In the Zoning

lindenbaum In the Zoning The Commercial Observer: How have all the zoning changes over the last eight years impacted business?
Mr. Lindenbaum: As an applicant, for some of them, it’s obviously helped my business and even where we weren’t the applicants—but the city initiated proposals—we represented people in the areas proposed to be rezoned and had an input on behalf of those people. So, in that sense, the zoning changes have helped my business. Now, many zoning changes are floor-area neutral. That’s to say, they raised the floor area in one part of the rezoned area but they lowered it in another part, primarily in the mid-blocks. That can have a plus or minus effect depending on whom you’re representing.

Do you agree with the city’s zoning changes?
You’re talking about close to 100 neighborhoods!

Are there any that you consider to be ill-advised?

I wouldn’t say they weren’t intelligent. But what I would say is that there are some instances in which the city could’ve been a little more generous in some of its floor area allocations. In other words, the city could’ve allowed a somewhat higher density in some of the neighborhoods that they rezoned.

Any neighborhood in particular?
I could say West Chelsea. I could say possibly in Greenpoint and Williamsburg. Those are the ones that come to mind immediately.

You’re about to be honored by REBNY with the Harry Helmsley Distinguished New Yorker award. What makes you a distinguished New Yorker?
[laughs] I guess I’ve been around long enough. No, I think that it’s been my privilege to have the opportunity to counsel major developers and major cultural institutions for almost 50 years now. And, I think, in the course of that time, we’ve preserved the best of the old, we’ve created the best of the new and we’ve established a skyline that is second to none in the world. I’ve been fortunate enough to be a part of all that and in my own small way be involved in not only creating the physical face of New York but also in contributing to the cultural life of the city.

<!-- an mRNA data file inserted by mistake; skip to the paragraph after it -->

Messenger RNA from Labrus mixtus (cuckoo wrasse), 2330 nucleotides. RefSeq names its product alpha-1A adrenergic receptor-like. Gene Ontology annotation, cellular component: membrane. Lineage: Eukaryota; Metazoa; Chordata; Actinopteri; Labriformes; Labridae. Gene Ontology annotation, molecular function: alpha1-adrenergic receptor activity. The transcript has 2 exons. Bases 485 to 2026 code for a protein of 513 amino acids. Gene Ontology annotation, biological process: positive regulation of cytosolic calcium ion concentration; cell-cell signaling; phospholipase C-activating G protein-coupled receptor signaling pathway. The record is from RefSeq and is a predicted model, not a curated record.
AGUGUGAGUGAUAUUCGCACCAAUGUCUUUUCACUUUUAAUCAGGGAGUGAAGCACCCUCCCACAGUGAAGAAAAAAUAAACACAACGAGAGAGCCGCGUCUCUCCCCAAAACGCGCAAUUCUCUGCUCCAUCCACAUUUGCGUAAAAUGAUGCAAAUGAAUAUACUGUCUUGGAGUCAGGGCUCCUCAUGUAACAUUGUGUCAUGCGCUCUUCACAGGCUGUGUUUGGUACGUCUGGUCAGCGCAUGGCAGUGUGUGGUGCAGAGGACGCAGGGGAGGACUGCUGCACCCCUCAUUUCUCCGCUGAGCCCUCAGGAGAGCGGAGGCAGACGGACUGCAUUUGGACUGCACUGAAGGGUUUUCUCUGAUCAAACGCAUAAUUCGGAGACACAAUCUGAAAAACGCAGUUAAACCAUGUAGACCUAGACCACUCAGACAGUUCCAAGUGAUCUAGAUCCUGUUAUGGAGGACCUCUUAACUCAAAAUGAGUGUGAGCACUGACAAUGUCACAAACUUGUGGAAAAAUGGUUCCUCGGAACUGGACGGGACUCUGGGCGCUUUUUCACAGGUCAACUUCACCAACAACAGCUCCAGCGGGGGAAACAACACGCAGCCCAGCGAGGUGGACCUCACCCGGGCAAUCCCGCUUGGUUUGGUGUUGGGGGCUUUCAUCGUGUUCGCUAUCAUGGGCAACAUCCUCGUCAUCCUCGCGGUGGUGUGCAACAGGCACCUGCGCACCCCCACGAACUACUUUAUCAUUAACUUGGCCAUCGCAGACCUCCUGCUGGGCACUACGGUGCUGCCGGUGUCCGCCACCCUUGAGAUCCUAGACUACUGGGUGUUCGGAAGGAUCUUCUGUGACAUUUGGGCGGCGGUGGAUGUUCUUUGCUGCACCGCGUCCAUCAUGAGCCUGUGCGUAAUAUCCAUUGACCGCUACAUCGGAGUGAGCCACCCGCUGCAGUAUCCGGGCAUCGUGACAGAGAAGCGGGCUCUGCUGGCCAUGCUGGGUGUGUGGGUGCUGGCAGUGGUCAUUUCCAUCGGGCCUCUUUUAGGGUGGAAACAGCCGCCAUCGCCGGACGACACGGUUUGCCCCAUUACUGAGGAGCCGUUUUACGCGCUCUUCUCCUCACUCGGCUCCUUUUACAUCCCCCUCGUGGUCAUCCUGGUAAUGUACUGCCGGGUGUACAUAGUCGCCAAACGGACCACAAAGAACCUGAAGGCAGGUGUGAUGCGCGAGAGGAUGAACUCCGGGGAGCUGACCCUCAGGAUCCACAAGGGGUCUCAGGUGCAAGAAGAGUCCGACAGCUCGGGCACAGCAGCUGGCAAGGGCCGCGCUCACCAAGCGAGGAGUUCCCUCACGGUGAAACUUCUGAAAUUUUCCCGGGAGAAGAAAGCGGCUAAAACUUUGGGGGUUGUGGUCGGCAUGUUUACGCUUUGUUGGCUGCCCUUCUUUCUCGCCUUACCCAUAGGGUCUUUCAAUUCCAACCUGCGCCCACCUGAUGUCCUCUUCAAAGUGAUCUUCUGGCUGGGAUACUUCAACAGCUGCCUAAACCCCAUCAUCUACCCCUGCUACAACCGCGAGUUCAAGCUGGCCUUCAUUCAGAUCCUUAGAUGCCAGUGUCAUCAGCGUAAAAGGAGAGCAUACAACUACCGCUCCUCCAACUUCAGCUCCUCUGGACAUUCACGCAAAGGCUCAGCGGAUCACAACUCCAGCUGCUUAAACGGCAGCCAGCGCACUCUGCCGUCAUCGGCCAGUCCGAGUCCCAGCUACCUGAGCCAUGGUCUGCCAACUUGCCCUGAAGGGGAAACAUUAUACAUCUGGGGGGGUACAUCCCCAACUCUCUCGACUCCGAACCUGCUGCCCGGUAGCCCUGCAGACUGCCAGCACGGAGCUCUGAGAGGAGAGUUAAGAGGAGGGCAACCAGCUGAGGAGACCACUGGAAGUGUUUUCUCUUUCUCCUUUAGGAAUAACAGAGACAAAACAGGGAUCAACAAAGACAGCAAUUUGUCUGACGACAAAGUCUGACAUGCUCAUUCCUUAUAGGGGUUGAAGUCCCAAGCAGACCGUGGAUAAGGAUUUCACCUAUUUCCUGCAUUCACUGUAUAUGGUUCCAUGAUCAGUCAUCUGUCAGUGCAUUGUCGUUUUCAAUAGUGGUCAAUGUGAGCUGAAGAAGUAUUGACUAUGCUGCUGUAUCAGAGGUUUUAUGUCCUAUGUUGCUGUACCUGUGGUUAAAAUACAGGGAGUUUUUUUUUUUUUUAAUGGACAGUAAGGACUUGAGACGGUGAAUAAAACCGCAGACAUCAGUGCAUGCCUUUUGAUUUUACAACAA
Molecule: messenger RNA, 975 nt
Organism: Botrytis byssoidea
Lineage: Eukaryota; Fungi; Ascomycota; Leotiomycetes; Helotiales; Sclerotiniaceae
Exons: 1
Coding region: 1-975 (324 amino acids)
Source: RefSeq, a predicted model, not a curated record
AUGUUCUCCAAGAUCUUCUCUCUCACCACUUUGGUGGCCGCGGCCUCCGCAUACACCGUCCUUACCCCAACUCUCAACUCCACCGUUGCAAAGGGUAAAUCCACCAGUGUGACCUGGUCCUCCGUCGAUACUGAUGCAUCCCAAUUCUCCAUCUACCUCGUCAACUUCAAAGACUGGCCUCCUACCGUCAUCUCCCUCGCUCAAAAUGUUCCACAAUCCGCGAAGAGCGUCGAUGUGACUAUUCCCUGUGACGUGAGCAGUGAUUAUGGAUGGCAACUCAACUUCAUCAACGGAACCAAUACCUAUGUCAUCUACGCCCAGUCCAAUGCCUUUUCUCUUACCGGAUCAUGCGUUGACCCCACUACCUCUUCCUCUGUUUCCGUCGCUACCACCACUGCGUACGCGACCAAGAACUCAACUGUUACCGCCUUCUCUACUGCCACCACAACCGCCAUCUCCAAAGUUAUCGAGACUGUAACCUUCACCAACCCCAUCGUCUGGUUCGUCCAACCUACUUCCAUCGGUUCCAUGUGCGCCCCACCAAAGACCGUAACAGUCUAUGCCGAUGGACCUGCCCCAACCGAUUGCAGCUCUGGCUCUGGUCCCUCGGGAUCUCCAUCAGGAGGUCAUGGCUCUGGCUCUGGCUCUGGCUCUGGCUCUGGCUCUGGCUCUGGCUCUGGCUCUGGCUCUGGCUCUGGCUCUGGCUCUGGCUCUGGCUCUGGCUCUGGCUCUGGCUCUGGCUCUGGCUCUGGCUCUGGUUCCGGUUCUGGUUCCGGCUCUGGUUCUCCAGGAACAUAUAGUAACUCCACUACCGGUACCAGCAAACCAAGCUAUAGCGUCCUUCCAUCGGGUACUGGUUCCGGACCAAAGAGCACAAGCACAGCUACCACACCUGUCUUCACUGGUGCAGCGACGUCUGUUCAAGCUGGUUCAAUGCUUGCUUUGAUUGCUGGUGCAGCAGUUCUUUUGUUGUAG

Being in the business for so long, how do you keep it interesting?
Oh, I love it. I love the challenge. I love getting up in the morning and coming to the office. The best is when somebody asks me a question that nobody ever asked me before. I love it. It’s an opportunity to be creative.

What kind of recent question hadn’t you heard in your 50-year career?
I was at an agency the other day and a question of process came up, and we were kind of stuck as to how to work out the process. And I said to the chairman of the agency, ‘Why don’t we do it this way?’ And he said to me, ‘I don’t think that’s ever been done before.’ And my response was: ‘But that’s what you and I are here for, to do things that have never been done before.’ And that’s what I mean by a challenge.
Are you seeing the same kind of issues you saw 40 years ago?
Oh, no. Thirty-five or 40 years ago, the process was much simpler, number one. Two, the communities were just beginning to get involved. They weren’t involved to the extent they are today, and, perhaps most importantly, it was at the very beginning of the dawning of environmental consciousness; and the environmental review process, of all the processes, has gotten to be the most complicated and the most far-reaching in the last 40 years. It was very cursory. It’s a lot more detailed now.

Is the process significantly longer today?
Oh, absolutely. We had a Board of Estimate; we didn’t have ULURP. We didn’t have this lengthy precertification process. We didn’t have the amount of paper, documentation, research and models that we have today. And we didn’t have the lengthy environmental review process, and we didn’t need environmental consultants. In a way, when we had the Board of Estimate, we didn’t have lobbyists that were specifically engaged for the City Council because the City Council wasn’t involved. It was the borough presidents and the three citywides.

Is ULURP [the Uniform Land Use Review Procedure] frustrating? In other cities, towers are built in half the time as it takes here.
It’s not frustrating, but it was an adjustment to get used to it.

Is there someone in the real estate world whom you particularly admire?
Two of the great people in the industry who I worked for at the beginning of my career and who were wonderful mentors were Harry Helmsley and William Zeckendorf Sr. They were giants. Harry, in particular, had eyes like a slot machine. We’d sit in a room; there’d be three or four people. He had a very small office and we used to stand at the window and he’d say, ‘I want to take inventory,’ and he’d point out his buildings. But we’d sit and talk, and three or four guys would give their opinions and his eyes would go around like a pinball machine. Then they would stop; and every time they stopped and he gave his answer, it was a jackpot. It was totally a jackpot.

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